Parents’ Guide to Animal Crossing Happy Home Designer
Parent’s guide to Animal Crossing Happy Home Designer written and presented by Jordan Erica Webber.
Animal Crossing: Happy Home Designer is a spin-off of the life simulation Animal Crossing series, in which you design the interiors and exteriors of villagers’ homes and community buildings based on thematic requests from animal clients.
You play the game on a 3DS, with the top screen showing the inside or outside of the building and the bottom screen a grid to which you add furniture and other objects that you can then drag around and rotate to create the layout you want. The more buildings you design, the more new projects and objects you unlock.
Players can also use Amiibo cards to unlock houses for characters from the series like Tom Nook, and invite Animal Crossing characters to visit newly designed homes.
While other simulation games like The Sims series incorporate interior design, Happy Home Designer is probably most similar to Animal Crossing: New Leaf, though in New Leaf you’re only able to design your own home.
The story is that you are a new employee at Nook’s Homes whose job it is to design the interiors and exteriors of villagers’ homes and communal buildings like a school.
Happy Home Designer was developed by the team within Nintendo that also developed Animal Crossing: New Leaf as well as lots of other games.
Happy Home Designer is only available for the 3DS, and costs £34.99/$39.99. Those wanting to use the Amiibo cards who don’t have a New 3DS or New 3DS XL will need to buy an NFC Reader for around £19/$24.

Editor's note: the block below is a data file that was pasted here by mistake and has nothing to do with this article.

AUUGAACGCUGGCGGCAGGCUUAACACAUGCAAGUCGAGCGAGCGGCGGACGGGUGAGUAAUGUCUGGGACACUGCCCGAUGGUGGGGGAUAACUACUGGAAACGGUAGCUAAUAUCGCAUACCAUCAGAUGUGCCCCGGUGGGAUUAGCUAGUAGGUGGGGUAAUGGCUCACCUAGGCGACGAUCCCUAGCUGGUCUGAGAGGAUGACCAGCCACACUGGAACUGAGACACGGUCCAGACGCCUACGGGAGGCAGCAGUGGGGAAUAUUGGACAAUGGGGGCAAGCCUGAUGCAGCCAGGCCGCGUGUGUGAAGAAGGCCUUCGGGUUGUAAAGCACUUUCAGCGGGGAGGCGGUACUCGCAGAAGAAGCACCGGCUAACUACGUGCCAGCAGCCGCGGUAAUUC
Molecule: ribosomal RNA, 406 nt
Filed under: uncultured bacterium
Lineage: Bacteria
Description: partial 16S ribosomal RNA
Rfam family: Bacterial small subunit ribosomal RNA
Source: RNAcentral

Amiibo cards are available in packs of three in the UK for around £3.50, and in packs of five in the US, and will also be supported in Animal Crossing: Amiibo Festival for the Wii U.
5. Duration and Difficulty
Because you can’t fail, Happy Home Designer doesn’t really have a difficulty level. It’s more of a relaxing experience than a challenge, in which the reward is your own satisfaction at a job well done.
6. UK Rating
In the UK and Europe, PEGI rates Animal Crossing: Happy Home Designer as appropriate for those aged 3 and older.
Though you have access to a catalogue full of furniture and other objects for each project, different clients have different requests that reflect their personality types. Happy Home Designer is a game about individuality and how that can be expressed in the design of our environments.
8. Why people play:
Happy Home Designer isn’t challenging, but it’s not supposed to be. It’s a relaxing game conveniently split up into chunks so there might be players who design one building a day or play on their commute. It’s also a way for players to express creativity, interpreting the instructions from clients in their own way and then taking screenshots of their creations to show their friends.